British BBC journalist Jonathan Head appeared in a Thai court on Wednesday for the start of a criminal defamation trial brought by a lawyer who featured in an investigation about foreigners being scammed of their retirement homes.
Jonathan Head, the BBC's Southeast Asia correspondent, faces up to five years in jail at the private prosecution on the popular tourist island of Phuket.
Rights groups have said the case exposes how Thailand's broad defamation and computer crime laws scupper investigative journalism and make it difficult to uncover wrongdoing in an endemically corrupt country.
The prosecution was sparked by a 2015 report by Head detailing how two foreign retirees had Phuket properties stolen from them by a network of criminals and corrupt officials.
One of the victims, British national Ian Rance, is a joint defendant in the prosecution. Both have pleaded not guilty.
The man bringing the prosecution is Pratuan Thanarak, a local lawyer who featured in the BBC's report looking at how Rance lost $1.2 million worth of properties.
According to the report, Pratuan admitted on tape to certifying Rance's signature without him being present, a move which helped the British retiree's then wife transfer his properties out of his name.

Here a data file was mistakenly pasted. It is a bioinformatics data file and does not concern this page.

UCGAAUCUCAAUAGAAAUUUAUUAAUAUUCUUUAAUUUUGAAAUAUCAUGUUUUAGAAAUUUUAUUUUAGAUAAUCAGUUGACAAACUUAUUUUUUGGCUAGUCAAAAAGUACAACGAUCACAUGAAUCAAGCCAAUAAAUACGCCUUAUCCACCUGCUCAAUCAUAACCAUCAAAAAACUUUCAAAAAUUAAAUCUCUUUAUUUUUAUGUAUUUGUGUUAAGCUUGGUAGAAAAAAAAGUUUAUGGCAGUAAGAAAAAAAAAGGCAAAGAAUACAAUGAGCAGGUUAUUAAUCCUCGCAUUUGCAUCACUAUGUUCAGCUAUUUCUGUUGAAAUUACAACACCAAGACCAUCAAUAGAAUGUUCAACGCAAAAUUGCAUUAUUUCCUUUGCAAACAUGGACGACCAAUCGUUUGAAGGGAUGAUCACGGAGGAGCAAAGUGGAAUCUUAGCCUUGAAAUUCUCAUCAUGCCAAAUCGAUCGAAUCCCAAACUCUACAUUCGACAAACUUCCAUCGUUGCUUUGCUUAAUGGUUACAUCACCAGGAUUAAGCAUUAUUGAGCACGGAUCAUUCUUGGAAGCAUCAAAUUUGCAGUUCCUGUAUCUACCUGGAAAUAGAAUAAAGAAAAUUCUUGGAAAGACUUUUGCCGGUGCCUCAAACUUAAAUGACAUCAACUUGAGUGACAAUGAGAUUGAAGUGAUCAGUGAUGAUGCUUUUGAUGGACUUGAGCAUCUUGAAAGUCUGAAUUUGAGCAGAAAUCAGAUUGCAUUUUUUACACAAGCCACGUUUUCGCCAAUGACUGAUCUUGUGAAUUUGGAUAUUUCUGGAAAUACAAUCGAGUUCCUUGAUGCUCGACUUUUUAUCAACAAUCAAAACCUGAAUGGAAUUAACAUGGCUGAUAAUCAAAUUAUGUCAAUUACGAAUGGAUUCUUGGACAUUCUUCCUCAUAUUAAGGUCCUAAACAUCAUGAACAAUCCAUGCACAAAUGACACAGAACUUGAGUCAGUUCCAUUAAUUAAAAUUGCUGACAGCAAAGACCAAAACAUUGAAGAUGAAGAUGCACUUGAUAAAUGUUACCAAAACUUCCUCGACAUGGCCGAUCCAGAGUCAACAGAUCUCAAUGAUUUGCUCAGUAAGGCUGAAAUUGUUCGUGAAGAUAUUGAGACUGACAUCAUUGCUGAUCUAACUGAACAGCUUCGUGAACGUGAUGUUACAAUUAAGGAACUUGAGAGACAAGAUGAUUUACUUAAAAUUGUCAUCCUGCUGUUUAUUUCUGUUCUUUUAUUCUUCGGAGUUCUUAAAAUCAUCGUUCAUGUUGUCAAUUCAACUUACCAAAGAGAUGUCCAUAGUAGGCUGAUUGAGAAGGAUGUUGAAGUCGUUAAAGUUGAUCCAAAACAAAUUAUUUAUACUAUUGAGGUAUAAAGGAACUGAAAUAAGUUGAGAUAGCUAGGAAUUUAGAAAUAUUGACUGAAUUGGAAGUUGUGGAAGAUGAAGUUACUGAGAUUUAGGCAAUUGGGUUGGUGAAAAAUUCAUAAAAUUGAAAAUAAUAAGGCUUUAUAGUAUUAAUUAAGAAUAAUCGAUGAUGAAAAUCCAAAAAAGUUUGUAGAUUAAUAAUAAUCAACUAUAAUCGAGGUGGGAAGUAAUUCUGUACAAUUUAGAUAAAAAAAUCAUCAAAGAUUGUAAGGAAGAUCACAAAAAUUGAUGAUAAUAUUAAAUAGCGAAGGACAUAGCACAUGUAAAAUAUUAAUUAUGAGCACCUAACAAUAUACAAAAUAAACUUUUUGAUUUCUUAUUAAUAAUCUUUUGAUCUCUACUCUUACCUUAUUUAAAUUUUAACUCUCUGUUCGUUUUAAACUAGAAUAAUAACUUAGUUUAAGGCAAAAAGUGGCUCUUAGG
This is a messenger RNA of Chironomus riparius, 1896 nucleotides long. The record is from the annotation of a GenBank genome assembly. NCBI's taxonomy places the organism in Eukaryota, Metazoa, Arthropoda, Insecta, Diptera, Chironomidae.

She was later convicted and jailed for the scam.
A copy of Pratuan's complaint seen by AFP alleges that the BBC's report caused him to be "defamed, insulted or hated". It does not detail whether he notarised the signature without Rance being present.
Pratuan declined to speak about the case on the way into court. He warned gathered photographers that he would file a lawsuit against anyone who published images of him.
Neither Head nor Rance spoke to reporters on their way into the Phuket court on Wednesday.
In a previous statement the BBC has said it "stands by its journalism" and that they "intend to clear the name of our correspondent".
Rance and Head face one charge of criminal defamation, which carries up to two years in jail.
Head faces an additional charge under Thailand's Computer Crimes Act, a broadly-worded law which forbids uploading "false data" online and carries a five-year maximum jail penalty.
Unlike most countries where defamation is a civil crime, in Thailand it is a criminal offence.
Private citizens can also launch their own prosecutions and they are not forced to pay costs if they lose.
Similar cases have been brought in recent years.
Local news site Phuketwan closed down in 2015 after running out of money in its successful bid to defeat a suit brought by Thailand's navy.
Andrew Drummond, a British crime reporter, left the country the same year because of multiple cases brought by those he exposed as did British labour rights activist Andy Hall in 2016.
Well done, Thailand. You're making yourself look great. Can you sue yourself for defamation?